Due to latency between updates made in state, provincial or other NatureServe Network databases and when they appear on NatureServe Explorer, for state or provincial information you may wish to contact the data steward in your jurisdiction to obtain the most current data. Please refer to our Distribution Data Sources to find contact information for your jurisdiction.
Color legend for Distribution Map
Endemism: occurs (regularly, as a native taxon) in multiple nations

U.S. & Canada State/Province Distribution
United States AL, AR, AZ, CA, DC, FL, GA, HI, INexotic, LA, MA, MS, NC, NY, SC, TX

Range Map
No map available.


U.S. Distribution by County Help
State County Name (FIPS Code)
AR Arkansas (05001), Clark (05019), Desha (05041), Independence (05063)
* Extirpated/possibly extirpated
U.S. Distribution by Watershed Help
Watershed Region Help Watershed Name (Watershed Code)
03 Middle Savannah (03060106), Middle Chattahoochee-Walter F. George Reservoir (03130003), Perdido (03140106), Perdido Bay (03140107), Upper Choctawhatchee (03140201), Pea (03140202), Lower Conecuh (03140304), Lower Coosa (03150107), Cahaba (03150202), Middle Alabama (03150203), Lower Alabama (03150204), Luxapallila (03160105), Lower Black Warrior (03160113), Middle Tombigbee-Chickasaw (03160201), Lower Tambigbee (03160203), Mobile - Tensaw (03160204), Mobile Bay (03160205)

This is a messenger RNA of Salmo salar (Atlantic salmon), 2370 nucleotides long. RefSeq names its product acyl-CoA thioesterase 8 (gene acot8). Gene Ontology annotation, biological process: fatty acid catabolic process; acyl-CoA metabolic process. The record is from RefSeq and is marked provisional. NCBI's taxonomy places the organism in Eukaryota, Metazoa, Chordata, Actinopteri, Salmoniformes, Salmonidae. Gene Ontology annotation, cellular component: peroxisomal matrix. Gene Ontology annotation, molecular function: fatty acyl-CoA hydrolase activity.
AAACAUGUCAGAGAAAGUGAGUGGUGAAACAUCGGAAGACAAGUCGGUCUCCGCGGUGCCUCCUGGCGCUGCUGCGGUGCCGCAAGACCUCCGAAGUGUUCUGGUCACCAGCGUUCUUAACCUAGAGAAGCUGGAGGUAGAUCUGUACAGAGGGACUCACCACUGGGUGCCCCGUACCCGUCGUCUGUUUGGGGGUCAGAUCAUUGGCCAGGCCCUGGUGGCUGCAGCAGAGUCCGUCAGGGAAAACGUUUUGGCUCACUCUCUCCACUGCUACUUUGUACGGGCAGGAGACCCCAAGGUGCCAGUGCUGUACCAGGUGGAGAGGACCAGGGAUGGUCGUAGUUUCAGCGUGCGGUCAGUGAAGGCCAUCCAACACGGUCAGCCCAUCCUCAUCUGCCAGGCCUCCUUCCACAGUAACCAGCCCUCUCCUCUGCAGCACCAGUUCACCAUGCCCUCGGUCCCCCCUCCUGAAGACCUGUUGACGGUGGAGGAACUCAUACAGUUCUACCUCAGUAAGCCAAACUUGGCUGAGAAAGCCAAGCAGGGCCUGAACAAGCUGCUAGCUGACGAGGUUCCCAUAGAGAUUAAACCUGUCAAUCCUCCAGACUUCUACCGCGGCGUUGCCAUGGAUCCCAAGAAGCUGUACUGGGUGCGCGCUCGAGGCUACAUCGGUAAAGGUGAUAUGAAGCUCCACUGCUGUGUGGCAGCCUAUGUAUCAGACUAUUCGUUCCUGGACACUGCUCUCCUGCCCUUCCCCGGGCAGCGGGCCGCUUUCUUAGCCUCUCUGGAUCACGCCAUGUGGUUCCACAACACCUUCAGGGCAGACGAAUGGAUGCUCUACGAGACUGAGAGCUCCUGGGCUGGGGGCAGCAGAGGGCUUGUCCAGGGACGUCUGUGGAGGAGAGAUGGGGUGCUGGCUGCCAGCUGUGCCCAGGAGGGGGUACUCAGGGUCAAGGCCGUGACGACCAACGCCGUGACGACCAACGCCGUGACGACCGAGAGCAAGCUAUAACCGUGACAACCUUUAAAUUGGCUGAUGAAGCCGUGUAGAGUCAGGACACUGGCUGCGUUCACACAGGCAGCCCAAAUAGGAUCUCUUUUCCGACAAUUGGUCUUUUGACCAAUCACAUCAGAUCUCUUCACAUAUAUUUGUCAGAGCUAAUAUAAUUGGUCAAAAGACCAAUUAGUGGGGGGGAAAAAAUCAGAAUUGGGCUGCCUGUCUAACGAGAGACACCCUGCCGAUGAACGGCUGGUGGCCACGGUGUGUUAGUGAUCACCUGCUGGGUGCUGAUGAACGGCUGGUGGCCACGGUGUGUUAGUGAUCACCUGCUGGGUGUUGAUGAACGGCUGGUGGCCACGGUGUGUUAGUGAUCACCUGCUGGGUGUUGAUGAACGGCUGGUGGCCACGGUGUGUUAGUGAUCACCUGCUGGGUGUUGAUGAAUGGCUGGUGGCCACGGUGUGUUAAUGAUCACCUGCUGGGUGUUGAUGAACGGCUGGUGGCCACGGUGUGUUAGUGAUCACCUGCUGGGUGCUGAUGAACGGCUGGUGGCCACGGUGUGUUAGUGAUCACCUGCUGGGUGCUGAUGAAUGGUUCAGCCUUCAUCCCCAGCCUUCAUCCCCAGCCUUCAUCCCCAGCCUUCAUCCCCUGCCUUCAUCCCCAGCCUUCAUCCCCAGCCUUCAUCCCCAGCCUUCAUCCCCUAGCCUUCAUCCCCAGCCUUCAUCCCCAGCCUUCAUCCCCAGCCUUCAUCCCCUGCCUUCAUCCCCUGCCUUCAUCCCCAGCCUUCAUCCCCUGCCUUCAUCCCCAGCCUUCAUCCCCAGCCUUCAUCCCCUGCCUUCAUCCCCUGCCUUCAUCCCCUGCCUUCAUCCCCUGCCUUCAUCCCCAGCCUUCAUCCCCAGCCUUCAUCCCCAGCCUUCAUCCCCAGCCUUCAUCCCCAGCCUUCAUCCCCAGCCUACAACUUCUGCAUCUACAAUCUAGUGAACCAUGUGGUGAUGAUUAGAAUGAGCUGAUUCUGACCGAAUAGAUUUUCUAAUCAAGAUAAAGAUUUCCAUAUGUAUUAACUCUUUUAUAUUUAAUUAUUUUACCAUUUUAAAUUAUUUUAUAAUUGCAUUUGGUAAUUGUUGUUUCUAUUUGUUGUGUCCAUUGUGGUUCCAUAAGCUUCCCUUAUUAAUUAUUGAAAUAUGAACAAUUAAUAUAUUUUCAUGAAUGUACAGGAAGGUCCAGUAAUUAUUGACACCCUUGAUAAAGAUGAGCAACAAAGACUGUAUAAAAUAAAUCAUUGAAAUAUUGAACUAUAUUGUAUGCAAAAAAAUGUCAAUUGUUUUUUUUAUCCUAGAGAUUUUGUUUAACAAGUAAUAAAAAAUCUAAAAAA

05 Lower Ohio (05140206)
08 Lower Mississippi-Memphis (08010100), Lower White (08020303)+, Lower Arkansas (08020401)+, Upper Ouachita (08040102)+
11 Middle White (11010004)+
+ Natural heritage record(s) exist for this watershed
* Extirpated/possibly extirpated
U.S. Distribution by Watershed (based on multiple information sources) Help
Ecology & Life History
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Reproduction Comments: Spawns in fall or winter, depending on locality; sexually mature in 2-3 years (Manooch 1984, Moyle 1976).
Ecology Comments: Adults form large schools.
Habitat Type: Freshwater
Non-Migrant: N
Locally Migrant: Y
Long Distance Migrant: N
Mobility and Migration Comments: Usually migrates, often in enormous schools, between spawning and nonspawning habitats (Manooch 1984).
Marine Habitat(s): Near shore, Pelagic
Estuarine Habitat(s): Bay/sound, River mouth/tidal river
Riverine Habitat(s): BIG RIVER, Low gradient, MEDIUM RIVER
Habitat Comments: Marine and estuarine, often ascending coastal rivers for considerable distances. Juveniles and subadults occur in a variety of estuarine and freshwater habitats. Primarily in shallow estuaries. Cannot tolerate temperatures less than 16 C for extended periods. Spawns primarily in open sea, young gradually move back into estuaries. May spawn in river (Moyle 1976).
Adult Food Habits: Herbivore
Immature Food Habits: Herbivore
Food Comments: Primarily herbivorous; eats plant material, detritus and associated fauna, and plankton. Feeds on muddy bottoms in shallow water. Sometimes feeds at surface on worms and other invertebrates and on bits of algae.